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Get Started with Library Research

What is a Scholarly Source?

The following characteristics can identify a source as scholarly:

    The author of the source is a scholar or expert in the field discussed, not just a journalist or "staff writer."

    The source provides substantial citations, such as footnotes or a bibliography.

    The source discusses a narrowly defined topic and may review existing literature concerning the topic, present new research based on experiments or archival work, or interpret a well-researched idea in a new way.

    The article uses technical language specific to the discipline, often requiring the reader to have scholarly background in the area.  The source is intended for scholars, researchers, and students, rather than the general public.

    The source is reviewed and edited by other experts in the discipline.

What is Peer Review?

Peer review is a process through which some scholarly articles and book chapters are critically evaluated by experts with in-depth knowledge of the research area before publication in order to ensure the information is valid, credible, well-written, and of high quality.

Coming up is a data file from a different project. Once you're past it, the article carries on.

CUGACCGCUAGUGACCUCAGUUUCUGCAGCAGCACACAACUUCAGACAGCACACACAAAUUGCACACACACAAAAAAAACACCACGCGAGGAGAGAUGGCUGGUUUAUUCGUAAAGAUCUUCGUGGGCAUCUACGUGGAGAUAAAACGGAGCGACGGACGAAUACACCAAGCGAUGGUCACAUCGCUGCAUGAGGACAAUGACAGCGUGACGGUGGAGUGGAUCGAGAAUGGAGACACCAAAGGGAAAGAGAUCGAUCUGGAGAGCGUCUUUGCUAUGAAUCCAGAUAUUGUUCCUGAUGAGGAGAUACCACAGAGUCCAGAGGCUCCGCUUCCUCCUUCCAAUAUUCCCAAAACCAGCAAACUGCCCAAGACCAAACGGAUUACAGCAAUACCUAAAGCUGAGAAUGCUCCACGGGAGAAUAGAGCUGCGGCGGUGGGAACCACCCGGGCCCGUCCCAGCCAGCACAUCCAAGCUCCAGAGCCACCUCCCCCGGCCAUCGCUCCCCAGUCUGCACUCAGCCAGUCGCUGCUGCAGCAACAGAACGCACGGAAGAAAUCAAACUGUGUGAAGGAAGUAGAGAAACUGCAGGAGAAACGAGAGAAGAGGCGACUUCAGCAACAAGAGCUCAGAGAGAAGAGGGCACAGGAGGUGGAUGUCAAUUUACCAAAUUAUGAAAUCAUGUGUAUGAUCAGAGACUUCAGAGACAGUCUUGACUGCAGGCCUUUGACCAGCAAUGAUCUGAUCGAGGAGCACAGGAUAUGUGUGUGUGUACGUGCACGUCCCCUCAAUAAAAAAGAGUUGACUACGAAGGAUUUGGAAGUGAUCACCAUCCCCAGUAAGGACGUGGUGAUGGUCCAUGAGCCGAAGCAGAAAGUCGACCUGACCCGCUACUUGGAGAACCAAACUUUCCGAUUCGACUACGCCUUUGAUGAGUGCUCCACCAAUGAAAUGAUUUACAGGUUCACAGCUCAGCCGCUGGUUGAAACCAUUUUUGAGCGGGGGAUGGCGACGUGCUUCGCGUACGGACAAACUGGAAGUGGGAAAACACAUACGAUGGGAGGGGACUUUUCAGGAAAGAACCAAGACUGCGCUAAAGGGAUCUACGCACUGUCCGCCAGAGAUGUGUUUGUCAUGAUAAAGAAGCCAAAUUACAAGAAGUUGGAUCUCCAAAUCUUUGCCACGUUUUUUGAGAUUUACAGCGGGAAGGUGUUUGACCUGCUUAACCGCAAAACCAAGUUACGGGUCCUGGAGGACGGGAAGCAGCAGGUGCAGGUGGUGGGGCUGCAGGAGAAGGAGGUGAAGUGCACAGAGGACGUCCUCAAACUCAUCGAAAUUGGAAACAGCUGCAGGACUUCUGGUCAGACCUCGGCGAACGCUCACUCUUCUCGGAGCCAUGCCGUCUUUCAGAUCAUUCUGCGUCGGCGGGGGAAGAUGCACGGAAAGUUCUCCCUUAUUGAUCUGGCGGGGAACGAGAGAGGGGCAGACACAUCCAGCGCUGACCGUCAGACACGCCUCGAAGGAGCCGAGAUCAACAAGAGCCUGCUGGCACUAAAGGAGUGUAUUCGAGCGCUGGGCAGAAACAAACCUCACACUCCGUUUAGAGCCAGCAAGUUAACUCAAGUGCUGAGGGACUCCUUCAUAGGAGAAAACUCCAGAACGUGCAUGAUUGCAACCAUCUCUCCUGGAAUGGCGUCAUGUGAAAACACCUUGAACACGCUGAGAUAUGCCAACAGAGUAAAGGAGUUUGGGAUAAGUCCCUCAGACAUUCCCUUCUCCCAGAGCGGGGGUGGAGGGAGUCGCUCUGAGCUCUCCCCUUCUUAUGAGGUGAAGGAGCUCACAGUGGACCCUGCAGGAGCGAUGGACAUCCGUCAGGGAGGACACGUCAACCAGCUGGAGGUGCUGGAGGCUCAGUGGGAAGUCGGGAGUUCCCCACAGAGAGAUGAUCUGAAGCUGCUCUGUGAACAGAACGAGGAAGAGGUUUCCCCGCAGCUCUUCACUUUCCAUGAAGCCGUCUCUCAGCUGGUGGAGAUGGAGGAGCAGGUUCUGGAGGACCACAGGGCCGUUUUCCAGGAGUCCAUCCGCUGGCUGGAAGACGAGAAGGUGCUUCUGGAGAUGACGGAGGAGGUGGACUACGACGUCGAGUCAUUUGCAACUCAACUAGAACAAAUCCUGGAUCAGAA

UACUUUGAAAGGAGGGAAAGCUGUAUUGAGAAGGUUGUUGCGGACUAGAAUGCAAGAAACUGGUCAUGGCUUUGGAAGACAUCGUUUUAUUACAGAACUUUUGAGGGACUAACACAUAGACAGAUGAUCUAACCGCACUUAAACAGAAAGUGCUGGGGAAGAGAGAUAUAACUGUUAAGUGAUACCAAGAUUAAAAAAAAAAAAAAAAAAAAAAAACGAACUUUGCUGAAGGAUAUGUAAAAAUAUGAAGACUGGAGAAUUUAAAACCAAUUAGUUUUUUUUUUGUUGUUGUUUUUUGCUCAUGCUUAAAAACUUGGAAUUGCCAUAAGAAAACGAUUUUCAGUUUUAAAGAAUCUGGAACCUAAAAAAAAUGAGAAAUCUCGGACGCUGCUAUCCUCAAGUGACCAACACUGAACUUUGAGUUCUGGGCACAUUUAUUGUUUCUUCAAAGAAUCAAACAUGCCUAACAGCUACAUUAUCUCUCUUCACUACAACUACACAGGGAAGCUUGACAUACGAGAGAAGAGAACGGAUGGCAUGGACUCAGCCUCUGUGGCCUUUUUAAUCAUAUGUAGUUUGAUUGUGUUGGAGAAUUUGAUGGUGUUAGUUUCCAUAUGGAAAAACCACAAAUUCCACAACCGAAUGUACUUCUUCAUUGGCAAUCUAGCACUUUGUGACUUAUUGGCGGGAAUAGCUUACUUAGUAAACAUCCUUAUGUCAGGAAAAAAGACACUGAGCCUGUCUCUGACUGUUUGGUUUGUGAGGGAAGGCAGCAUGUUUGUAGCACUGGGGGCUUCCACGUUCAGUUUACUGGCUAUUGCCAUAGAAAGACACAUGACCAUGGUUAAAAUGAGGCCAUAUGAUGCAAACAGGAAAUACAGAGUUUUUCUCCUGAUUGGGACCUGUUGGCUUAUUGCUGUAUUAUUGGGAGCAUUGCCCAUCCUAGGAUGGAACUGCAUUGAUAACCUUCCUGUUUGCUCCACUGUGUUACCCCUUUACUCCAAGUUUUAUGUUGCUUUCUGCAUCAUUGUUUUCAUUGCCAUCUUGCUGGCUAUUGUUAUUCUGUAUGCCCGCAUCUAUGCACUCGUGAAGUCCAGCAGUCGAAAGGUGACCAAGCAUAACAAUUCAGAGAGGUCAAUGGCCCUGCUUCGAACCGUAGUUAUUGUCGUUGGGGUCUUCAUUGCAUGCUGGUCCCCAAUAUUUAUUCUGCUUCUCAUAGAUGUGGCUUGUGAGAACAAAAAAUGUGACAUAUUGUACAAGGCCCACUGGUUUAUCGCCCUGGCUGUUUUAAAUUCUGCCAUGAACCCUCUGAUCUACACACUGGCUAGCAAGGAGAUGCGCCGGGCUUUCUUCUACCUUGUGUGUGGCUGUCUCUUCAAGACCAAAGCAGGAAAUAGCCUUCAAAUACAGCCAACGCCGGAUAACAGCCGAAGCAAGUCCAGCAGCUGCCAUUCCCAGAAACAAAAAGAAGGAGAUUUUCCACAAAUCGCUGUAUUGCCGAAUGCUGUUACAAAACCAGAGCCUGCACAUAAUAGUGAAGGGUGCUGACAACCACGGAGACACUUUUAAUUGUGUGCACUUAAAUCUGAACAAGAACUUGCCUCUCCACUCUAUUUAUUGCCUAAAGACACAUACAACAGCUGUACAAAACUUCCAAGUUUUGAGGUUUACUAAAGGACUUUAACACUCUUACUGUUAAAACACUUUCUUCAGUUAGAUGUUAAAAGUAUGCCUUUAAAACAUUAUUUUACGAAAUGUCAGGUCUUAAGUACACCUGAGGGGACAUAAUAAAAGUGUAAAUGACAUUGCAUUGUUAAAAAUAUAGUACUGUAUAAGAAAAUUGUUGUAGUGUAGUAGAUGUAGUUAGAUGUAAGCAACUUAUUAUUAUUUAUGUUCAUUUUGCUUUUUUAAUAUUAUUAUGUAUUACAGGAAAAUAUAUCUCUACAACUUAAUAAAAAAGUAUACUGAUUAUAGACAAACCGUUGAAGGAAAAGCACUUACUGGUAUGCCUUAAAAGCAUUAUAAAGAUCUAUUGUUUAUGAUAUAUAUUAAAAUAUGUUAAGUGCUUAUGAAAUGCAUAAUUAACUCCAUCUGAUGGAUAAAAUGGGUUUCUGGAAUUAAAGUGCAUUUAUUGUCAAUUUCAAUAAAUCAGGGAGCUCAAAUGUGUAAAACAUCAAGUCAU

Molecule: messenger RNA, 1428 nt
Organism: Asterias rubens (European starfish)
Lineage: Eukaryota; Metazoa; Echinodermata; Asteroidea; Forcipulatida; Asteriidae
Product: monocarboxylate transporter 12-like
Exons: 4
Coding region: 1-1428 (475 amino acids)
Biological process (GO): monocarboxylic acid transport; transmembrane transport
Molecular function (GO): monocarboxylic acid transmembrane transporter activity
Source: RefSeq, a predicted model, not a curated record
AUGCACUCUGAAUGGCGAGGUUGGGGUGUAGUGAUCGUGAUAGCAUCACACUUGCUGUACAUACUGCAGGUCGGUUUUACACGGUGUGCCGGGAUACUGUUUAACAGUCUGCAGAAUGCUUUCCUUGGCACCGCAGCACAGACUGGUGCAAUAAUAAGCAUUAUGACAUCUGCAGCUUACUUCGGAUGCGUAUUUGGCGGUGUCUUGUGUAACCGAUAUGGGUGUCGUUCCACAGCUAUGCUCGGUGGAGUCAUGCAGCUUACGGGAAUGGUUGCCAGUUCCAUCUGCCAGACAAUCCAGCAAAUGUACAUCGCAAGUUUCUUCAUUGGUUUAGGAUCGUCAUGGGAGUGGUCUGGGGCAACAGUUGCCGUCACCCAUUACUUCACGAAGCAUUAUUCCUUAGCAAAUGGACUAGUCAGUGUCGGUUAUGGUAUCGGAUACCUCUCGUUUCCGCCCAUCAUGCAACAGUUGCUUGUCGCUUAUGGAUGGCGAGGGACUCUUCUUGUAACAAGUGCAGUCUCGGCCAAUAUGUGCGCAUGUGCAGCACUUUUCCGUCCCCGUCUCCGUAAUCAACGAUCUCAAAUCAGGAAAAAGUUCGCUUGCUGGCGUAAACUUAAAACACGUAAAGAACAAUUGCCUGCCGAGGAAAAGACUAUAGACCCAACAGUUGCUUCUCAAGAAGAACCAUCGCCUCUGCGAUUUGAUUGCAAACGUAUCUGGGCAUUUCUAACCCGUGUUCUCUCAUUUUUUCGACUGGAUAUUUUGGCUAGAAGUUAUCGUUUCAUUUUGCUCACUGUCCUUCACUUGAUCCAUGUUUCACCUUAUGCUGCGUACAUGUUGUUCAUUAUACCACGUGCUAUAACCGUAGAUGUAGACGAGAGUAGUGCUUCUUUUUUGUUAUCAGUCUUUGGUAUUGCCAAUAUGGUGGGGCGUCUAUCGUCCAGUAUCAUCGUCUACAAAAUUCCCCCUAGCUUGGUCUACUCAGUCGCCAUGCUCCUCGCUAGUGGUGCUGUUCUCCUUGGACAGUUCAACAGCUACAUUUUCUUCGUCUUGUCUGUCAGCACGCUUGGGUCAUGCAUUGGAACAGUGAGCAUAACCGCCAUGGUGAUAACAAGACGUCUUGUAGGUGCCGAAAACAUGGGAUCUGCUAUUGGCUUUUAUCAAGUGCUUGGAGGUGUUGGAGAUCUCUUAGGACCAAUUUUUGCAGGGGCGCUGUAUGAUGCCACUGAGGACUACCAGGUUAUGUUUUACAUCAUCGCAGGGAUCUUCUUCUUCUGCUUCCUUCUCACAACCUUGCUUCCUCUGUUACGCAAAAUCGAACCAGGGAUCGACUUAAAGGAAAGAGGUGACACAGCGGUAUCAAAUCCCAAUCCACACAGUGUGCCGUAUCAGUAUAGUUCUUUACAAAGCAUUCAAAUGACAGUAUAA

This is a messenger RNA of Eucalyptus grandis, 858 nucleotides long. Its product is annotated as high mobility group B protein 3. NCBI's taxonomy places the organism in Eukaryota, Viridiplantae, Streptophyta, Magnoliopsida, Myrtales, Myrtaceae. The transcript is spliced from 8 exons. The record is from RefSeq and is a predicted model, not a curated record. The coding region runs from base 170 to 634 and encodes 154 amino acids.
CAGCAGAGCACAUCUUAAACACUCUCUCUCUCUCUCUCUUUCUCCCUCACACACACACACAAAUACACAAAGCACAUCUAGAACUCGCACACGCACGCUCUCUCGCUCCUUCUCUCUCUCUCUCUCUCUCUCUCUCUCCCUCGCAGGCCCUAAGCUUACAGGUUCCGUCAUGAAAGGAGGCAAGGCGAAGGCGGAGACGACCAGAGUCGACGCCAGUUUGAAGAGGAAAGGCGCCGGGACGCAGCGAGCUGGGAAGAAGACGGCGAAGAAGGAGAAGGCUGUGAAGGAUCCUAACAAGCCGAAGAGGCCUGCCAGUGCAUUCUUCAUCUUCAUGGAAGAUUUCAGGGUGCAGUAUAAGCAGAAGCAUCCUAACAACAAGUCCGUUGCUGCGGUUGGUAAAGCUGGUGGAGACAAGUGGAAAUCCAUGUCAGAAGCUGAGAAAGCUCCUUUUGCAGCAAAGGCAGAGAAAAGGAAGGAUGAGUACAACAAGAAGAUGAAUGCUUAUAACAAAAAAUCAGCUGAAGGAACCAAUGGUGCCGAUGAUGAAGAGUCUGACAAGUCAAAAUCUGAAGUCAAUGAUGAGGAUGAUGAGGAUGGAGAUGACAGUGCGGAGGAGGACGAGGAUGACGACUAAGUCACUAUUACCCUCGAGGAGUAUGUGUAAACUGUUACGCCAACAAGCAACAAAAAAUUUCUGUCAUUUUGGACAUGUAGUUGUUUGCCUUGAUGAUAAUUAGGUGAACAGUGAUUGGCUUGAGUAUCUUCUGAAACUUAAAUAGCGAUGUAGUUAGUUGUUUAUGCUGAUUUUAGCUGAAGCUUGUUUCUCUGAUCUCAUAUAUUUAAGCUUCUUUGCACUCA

Are you looking especially for peer-reviewed journal articles?  See Verifying Peer Review

Why Use Scholarly Sources?

Because scholarly sources are well-researched, written by experts, and discuss topics in great depth and detail, they have credibility and authority.  Using scholarly sources in your own research gives your work credibility and authority, as well.  Non-scholarly materials can also be useful and appropriate for some academic purposes, but generally scholarly sources are expected in academic research. 

Finding Scholarly Sources

Other sections in these Get Started with Library Research guides discuss how to find scholarly sources.  See the Find Information section, especially the Find Articles and Find Books pages.  The Subject Guides may help, too.  They point you toward recommended resources in each subject area, through which you can find scholarly sources. 

Need more help with this? Ask a Librarian.